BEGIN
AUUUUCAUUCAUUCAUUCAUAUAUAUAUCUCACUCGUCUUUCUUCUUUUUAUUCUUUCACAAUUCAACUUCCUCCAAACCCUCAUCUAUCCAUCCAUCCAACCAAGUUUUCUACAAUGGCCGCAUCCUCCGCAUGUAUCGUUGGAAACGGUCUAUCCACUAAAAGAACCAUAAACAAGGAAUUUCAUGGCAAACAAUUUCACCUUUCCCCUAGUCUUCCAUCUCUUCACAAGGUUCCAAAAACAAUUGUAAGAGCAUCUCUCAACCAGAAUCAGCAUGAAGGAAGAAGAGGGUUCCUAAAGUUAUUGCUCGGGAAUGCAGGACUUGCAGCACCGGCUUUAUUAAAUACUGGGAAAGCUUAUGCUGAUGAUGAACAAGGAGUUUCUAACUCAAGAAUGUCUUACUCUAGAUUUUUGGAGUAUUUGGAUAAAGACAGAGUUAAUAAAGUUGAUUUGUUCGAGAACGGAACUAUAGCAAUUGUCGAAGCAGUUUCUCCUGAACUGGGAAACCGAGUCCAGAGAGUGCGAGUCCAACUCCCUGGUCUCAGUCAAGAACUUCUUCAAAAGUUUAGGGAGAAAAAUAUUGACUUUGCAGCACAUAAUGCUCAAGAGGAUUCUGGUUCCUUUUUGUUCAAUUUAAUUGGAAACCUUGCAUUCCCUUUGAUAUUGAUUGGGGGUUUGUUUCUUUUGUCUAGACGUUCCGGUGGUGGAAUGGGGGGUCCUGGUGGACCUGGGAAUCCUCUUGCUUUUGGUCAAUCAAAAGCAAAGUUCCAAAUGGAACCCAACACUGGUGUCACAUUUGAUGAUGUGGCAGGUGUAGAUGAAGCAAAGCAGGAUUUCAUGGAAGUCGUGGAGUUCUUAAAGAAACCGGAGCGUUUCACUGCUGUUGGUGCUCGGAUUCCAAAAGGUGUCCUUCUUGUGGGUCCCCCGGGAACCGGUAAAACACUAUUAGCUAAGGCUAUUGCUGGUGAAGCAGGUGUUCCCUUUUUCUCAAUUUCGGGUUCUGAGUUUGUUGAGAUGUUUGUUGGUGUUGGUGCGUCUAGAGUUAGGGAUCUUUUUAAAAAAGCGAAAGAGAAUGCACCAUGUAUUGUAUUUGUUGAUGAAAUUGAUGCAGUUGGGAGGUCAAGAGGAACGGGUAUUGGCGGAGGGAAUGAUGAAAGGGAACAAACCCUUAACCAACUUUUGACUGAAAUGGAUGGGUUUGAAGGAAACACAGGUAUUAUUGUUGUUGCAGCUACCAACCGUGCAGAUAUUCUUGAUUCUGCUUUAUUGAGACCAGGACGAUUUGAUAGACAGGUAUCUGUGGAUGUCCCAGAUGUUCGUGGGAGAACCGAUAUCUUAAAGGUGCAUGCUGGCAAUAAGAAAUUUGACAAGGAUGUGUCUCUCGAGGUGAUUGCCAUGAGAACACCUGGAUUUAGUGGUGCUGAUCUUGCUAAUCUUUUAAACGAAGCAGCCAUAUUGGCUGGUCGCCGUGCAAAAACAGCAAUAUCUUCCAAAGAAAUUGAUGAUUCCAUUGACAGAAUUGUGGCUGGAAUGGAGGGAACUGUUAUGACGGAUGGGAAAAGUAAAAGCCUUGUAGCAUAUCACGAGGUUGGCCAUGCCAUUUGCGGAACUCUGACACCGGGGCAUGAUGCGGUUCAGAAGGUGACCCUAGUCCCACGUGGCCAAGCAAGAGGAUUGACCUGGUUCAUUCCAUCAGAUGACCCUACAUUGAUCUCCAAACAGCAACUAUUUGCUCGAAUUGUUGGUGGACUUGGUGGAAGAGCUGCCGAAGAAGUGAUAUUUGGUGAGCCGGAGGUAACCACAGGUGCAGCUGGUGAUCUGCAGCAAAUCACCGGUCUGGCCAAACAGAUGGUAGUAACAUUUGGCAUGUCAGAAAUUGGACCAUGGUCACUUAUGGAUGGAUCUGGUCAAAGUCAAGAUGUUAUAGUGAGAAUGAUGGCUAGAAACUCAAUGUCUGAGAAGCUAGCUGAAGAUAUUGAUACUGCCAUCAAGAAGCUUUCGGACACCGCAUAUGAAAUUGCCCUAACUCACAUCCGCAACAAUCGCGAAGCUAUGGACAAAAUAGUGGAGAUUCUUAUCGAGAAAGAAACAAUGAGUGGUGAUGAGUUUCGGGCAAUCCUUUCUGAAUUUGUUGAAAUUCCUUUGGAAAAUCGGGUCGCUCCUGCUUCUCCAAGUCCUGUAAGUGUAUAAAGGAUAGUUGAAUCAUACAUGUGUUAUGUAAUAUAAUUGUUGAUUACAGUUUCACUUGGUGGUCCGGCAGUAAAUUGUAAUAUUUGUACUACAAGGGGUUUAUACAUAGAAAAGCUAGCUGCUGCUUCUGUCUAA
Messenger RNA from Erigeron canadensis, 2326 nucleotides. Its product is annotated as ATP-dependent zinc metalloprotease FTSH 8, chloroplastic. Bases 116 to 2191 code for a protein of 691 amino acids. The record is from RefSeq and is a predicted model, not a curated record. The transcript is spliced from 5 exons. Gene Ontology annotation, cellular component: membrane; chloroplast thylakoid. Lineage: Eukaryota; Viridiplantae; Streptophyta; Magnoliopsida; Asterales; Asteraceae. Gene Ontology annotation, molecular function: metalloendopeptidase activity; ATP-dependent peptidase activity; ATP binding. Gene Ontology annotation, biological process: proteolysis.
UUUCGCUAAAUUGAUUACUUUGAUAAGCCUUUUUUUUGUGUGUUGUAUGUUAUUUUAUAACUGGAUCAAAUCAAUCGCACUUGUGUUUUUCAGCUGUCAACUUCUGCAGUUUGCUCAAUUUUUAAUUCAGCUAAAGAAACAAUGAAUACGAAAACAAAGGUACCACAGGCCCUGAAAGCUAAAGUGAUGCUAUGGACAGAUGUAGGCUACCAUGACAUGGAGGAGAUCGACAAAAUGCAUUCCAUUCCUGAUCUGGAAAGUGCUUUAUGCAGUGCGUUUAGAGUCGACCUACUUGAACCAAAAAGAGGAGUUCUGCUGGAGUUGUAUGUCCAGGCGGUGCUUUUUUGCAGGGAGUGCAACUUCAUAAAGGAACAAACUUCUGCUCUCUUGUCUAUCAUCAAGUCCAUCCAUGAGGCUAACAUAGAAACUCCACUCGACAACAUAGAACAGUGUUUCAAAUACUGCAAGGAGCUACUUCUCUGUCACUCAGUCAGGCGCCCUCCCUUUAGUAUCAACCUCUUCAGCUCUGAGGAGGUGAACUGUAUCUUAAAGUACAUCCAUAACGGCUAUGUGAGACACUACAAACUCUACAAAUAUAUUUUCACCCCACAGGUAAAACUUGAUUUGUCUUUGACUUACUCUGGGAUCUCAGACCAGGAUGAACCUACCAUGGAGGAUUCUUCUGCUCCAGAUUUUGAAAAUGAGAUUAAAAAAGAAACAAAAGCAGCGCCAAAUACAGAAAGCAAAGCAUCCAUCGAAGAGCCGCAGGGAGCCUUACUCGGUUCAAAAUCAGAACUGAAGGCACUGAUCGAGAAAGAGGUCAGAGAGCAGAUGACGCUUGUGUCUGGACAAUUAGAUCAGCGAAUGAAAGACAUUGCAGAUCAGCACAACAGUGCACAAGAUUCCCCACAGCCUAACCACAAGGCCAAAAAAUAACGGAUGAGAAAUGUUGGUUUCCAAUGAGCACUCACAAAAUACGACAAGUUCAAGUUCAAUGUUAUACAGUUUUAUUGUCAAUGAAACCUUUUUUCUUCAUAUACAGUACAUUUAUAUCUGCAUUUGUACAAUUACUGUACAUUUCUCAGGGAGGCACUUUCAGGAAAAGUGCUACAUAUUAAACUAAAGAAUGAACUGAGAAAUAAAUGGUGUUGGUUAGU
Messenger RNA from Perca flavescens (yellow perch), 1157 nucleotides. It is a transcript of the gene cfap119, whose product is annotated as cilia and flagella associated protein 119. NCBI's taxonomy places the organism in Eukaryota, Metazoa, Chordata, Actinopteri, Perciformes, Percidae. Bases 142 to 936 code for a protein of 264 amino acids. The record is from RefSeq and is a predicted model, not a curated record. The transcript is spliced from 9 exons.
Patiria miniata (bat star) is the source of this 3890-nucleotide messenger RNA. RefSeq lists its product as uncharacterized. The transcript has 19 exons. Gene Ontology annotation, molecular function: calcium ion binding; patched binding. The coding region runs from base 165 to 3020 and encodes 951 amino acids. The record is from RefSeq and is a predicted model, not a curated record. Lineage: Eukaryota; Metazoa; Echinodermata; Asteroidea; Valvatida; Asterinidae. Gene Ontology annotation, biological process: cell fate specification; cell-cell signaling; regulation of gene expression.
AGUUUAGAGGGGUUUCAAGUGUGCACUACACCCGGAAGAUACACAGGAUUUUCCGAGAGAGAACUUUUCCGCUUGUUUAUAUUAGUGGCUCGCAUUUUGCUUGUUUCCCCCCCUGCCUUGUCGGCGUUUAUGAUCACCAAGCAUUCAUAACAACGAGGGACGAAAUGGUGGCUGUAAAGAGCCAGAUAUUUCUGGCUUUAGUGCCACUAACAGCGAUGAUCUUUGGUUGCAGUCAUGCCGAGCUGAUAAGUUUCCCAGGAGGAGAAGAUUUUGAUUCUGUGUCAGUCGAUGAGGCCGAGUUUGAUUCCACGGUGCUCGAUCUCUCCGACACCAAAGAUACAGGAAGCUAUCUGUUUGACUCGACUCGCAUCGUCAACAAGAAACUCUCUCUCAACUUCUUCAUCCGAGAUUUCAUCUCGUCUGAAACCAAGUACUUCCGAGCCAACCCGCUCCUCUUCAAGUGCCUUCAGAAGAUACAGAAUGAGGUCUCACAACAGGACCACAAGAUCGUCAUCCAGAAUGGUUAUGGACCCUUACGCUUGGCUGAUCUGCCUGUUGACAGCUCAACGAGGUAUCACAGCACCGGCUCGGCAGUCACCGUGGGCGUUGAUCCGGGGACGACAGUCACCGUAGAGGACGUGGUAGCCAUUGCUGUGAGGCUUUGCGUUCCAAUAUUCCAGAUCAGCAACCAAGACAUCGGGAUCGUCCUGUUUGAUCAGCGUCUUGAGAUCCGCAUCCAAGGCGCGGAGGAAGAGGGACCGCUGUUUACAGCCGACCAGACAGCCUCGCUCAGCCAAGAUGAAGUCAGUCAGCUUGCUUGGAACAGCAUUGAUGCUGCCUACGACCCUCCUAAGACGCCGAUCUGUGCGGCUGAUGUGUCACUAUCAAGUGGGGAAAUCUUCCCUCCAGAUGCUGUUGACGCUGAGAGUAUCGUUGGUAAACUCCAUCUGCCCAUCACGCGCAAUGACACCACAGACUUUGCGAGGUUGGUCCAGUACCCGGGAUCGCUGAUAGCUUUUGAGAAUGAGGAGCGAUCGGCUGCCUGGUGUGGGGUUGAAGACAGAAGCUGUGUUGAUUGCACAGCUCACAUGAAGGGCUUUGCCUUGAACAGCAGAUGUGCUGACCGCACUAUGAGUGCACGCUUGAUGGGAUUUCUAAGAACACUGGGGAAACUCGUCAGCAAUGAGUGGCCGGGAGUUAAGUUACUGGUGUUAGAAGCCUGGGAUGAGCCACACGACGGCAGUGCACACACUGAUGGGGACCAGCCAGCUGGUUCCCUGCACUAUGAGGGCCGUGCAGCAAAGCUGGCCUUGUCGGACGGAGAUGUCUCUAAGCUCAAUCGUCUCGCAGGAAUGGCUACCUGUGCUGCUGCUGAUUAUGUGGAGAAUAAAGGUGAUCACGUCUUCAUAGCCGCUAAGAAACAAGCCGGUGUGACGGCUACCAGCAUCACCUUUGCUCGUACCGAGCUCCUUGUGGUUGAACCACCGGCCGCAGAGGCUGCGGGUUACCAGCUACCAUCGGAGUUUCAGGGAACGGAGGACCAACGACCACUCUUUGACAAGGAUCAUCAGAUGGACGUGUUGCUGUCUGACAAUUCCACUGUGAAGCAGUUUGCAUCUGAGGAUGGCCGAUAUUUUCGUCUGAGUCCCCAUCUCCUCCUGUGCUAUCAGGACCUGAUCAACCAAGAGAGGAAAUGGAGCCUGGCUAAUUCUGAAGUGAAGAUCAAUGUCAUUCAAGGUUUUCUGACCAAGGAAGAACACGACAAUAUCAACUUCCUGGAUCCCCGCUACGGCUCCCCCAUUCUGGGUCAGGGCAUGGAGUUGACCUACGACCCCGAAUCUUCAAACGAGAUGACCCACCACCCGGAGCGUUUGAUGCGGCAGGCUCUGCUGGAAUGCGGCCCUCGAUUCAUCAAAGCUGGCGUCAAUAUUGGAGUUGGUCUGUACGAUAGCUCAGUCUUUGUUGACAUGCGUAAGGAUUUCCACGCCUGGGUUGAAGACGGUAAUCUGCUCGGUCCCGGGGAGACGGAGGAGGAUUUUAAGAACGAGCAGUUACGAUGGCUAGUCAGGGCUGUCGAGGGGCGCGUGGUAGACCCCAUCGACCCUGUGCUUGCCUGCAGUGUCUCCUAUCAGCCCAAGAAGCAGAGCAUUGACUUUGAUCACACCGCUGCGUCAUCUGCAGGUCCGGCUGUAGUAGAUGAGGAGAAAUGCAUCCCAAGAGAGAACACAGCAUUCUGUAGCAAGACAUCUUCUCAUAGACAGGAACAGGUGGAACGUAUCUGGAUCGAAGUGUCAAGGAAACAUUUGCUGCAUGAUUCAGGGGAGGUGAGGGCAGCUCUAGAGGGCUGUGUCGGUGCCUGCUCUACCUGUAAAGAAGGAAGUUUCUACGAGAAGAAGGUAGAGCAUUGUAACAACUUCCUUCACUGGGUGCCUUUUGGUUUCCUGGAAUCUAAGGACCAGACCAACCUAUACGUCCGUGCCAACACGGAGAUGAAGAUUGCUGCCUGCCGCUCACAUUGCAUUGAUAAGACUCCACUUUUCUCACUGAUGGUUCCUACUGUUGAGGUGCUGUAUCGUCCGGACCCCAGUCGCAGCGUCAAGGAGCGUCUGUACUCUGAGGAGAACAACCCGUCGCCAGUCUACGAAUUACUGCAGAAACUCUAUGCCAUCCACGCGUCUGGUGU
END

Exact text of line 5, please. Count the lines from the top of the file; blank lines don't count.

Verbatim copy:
Patiria miniata (bat star) is the source of this 3890-nucleotide messenger RNA. RefSeq lists its product as uncharacterized. The transcript has 19 exons. Gene Ontology annotation, molecular function: calcium ion binding; patched binding. The coding region runs from base 165 to 3020 and encodes 951 amino acids. The record is from RefSeq and is a predicted model, not a curated record. Lineage: Eukaryota; Metazoa; Echinodermata; Asteroidea; Valvatida; Asterinidae. Gene Ontology annotation, biological process: cell fate specification; cell-cell signaling; regulation of gene expression.